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A Cleaner Machine

SeaClean offers a solution to transom and hull soot stains from your diesel generator’s exhaust.

By Capt. Ken Kreisler

Ever since the first internal combustion engine was fired up, making both our work and pleasure time increasingly easier, we’ve had to deal with the compounding negative results of what comes out of the exhaust pipe. Advances in design and technology are protecting the environment while improving performance, but the tradeoff is still not very pretty. Noxious fumes, including dangerous carbon monoxide, the now-familiar greenhouse gases along with a host of other sundry materials, and the scourge of many a transom and hull, the staining particulate matter, primarily soot, are still ever-present even in today’s high-tech and compliant diesel power plants and generators.

“Diesel particulate matter has been shown to be a health risk,” said Jorge Lang, Operations Manager for Ft. Lauderdale-based DeAngelo Marine Exhaust, a respected company whose expertise in the field is well-known, as we discussed the problem. “In addition, many of these particles will embed themselves in the microscopic pores that are present even in the highest quality hull finish.”

Constant hull cleaning due to particulate soot staining the area by the generator exhaust can be controlled by SeaClean.

Constant hull cleaning due to particulate soot staining the area by the generator exhaust can be controlled by SeaClean.

As we all know, the latter notion Lang is alluding to is the damage that can result from attempts, with a seemingly endless range of cleaning aids, to remove the unsightly stains, known around the dock as ‘soot islands’, coming from the generator exhaust.

The solution seemed to lie in being able to stop the soot at the source. “We were called in to fix some filter problems with a generator’s catalytic converter by Richard Boggs, the former Technical Superintendent with Camper & Nicholsons as well as being the inventor of the SeaClean System,” said Lang.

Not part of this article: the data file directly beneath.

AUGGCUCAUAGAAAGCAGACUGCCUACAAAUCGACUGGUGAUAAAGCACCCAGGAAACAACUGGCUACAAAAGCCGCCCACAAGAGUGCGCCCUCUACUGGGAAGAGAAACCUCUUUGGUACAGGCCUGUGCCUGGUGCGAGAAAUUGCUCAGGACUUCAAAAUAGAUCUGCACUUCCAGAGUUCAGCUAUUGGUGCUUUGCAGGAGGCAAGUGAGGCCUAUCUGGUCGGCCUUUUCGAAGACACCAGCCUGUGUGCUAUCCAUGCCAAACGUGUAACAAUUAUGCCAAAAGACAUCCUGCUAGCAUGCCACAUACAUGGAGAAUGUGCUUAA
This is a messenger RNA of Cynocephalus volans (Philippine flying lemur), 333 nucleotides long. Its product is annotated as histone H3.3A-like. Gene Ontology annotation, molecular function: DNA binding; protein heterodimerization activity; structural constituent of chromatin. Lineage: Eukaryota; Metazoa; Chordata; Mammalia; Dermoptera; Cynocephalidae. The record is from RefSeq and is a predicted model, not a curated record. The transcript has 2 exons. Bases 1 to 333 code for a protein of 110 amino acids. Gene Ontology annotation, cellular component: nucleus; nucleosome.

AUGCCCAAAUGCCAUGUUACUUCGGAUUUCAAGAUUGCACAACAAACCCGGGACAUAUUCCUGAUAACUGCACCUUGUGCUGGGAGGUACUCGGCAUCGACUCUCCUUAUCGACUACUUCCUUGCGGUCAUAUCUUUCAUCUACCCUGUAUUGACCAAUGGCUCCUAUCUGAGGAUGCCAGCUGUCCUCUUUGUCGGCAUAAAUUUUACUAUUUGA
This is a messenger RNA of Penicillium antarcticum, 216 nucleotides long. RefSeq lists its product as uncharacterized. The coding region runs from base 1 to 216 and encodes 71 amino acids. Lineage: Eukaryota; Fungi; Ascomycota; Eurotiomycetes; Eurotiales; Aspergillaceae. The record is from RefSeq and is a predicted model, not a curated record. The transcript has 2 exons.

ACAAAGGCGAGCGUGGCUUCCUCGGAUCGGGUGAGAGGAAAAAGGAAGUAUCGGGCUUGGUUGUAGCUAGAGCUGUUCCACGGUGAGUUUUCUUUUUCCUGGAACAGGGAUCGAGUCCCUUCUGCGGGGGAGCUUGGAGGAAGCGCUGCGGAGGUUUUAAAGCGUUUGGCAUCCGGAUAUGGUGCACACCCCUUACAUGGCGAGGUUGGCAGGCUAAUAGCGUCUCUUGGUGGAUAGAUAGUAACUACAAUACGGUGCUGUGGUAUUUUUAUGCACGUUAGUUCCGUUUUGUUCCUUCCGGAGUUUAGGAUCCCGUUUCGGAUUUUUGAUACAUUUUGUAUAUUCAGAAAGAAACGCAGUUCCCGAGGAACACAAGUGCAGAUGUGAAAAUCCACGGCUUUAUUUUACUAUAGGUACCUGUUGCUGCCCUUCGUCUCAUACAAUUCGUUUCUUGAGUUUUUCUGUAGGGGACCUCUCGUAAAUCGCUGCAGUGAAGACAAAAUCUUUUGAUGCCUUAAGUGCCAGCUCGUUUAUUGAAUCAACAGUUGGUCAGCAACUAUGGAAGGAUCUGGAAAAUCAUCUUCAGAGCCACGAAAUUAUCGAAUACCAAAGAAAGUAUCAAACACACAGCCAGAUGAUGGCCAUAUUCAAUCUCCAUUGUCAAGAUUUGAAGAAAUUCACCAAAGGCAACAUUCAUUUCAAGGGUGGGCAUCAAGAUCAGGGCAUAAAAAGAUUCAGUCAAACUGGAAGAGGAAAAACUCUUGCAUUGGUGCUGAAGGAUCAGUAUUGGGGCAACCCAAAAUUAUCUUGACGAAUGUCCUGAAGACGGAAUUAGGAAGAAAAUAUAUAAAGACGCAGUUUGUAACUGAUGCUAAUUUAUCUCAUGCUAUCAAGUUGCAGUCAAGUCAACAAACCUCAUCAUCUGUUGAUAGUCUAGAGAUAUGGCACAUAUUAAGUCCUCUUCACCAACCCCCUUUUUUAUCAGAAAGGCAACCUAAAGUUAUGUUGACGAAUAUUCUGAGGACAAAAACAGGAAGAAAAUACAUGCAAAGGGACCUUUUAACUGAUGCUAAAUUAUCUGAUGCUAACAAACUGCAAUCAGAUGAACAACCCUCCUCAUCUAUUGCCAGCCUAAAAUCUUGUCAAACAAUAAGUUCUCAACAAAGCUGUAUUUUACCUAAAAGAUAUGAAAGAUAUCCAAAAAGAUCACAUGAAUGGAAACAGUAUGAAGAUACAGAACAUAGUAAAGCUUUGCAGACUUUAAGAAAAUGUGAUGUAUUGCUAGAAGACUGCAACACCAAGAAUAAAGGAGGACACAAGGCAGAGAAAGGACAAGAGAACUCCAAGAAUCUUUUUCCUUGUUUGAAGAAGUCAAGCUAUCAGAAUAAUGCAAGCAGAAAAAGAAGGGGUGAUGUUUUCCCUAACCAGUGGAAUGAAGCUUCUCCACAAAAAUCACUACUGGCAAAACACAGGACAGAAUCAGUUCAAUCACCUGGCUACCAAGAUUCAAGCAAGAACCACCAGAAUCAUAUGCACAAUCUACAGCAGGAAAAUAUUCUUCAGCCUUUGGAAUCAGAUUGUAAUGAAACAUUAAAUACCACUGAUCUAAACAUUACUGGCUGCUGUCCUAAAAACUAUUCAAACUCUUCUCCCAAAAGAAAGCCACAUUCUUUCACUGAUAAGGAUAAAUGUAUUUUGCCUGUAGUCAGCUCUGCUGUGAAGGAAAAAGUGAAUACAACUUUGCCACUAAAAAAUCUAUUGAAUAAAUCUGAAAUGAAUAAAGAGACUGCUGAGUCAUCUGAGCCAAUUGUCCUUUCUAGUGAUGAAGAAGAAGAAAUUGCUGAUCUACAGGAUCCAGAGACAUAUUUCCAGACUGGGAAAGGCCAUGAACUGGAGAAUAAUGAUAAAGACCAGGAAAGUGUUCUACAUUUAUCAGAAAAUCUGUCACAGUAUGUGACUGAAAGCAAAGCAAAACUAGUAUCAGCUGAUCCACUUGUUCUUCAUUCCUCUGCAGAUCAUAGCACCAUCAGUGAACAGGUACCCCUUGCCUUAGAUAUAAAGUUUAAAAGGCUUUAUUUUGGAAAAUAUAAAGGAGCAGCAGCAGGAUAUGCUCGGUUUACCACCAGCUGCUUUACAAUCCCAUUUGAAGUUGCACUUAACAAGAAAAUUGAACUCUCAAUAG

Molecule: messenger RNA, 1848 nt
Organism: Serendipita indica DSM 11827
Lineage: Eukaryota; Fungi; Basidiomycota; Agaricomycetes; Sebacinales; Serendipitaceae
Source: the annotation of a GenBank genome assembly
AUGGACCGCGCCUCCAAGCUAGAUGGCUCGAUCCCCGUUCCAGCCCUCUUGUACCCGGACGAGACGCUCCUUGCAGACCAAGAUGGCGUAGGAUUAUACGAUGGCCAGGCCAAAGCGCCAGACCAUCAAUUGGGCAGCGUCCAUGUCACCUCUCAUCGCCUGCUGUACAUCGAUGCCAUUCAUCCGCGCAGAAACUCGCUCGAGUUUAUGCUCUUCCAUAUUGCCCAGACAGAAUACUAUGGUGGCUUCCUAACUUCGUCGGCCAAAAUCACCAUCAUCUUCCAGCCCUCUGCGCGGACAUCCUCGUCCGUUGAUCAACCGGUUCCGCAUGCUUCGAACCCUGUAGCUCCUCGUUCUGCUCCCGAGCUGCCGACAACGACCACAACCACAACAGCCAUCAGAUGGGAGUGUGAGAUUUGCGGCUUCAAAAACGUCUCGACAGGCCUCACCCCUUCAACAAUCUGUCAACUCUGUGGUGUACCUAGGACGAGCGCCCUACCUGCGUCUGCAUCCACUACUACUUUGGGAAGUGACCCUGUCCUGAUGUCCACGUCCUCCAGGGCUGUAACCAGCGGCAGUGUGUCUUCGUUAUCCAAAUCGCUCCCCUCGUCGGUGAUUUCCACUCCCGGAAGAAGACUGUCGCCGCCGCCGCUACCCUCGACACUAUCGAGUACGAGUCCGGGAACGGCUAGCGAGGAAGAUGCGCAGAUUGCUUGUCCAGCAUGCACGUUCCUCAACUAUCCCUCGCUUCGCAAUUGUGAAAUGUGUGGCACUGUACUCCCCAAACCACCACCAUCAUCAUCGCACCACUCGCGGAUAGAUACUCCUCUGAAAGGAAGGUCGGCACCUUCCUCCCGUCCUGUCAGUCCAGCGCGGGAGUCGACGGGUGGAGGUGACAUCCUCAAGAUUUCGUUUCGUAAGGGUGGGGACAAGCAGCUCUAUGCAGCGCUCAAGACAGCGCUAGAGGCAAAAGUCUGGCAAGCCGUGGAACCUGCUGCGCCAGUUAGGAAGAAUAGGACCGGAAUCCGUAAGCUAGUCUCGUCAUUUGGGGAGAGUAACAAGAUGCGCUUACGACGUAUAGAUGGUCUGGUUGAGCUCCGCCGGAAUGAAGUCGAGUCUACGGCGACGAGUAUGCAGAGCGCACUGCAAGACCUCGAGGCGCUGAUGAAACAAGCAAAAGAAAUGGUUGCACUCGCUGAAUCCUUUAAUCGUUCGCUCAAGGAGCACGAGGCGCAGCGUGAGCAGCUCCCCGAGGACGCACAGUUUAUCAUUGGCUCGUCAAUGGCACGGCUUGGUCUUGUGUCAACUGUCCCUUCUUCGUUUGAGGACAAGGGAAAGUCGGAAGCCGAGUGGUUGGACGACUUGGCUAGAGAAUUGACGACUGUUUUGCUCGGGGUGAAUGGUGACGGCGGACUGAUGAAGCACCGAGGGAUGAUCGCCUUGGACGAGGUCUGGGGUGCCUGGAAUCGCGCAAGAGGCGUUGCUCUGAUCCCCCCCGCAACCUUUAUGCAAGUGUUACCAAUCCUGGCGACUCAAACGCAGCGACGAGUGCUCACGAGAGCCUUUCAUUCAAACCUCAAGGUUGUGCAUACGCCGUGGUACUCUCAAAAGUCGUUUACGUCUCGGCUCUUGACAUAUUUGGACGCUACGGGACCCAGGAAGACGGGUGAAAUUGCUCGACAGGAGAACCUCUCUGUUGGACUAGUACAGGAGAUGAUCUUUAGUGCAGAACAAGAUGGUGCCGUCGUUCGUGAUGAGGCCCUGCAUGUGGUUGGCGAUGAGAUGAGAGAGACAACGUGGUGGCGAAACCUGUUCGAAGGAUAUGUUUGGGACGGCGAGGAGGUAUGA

As Lang described it, a catalytic converter works best with higher exhaust temperatures and as long as it stays that way, the system will function properly and more efficiently. “After that, we came up with the idea of using the generator’s excess electrical capacity to heat up the exhaust gases.”

Taking this information, Lang and Boggs were able to successfully modify a number of generator’s on several yachts resulting in a positive outcome. Knowing they were onto something, Boggs and DeAngelo partnered up and came up with a collective system.

The SeaClean unit can be easily retrofitted in most engine rooms.

The SeaClean unit can be easily retrofitted in most engine rooms.

According to Lang, the SeaClean Diesel Particulate Filter System is able to capture 95 percent or better of the soot and other materials in the generator’s exhaust flow that would otherwise be discharged into the atmosphere, the water, and on to the hull. It does this by first heating the exhaust gas before it enters the filter housing and then traps the particles, unburned fuel, and lube oil in the filter medium, reducing them to carbon dioxide and water vapor. In addition, much of the all too familiar odor associated with diesel exhaust is also eliminated. For maintenance, the filter element can be removed on a periodic cleaning schedule.

“Unlike other particulate filters which depend on high generator loads to create exhaust temperatures, exhaust is delivered to the filter at the correct temperature and thereby eliminates soot and the hydrocarbons associated with diesel smells and oil slicks,” explained Lang. This ability to have the trapped soot and unburned hydrocarbons delivered to the filter element is known as regeneration.

To insure the highest level of particulate removal and longest possible filter life between cleanings, SeaClean incorporates an electrically powered exhaust gas heater, which adjusts power consumption in relation to the load on the generator and its exhaust gas temperature. This means that when the generator is operating at a low load (and at its dirtiest) the heater maintains the correct exhaust temperature into the filter to achieve constant regeneration.

As generator load increases and exhaust temperature rises, the power delivered to the heater is smoothly reduced until the point where exhaust temperature is sufficient to maintain regeneration. The heater then consumes no power and the system does not draw on the yacht’s power distribution system. Full generator power is available to carry the load. At low output energy operations, the heater will function as an exhaust cooled load bank to provide a healthy electrical base load as well as keep the filter operating correctly.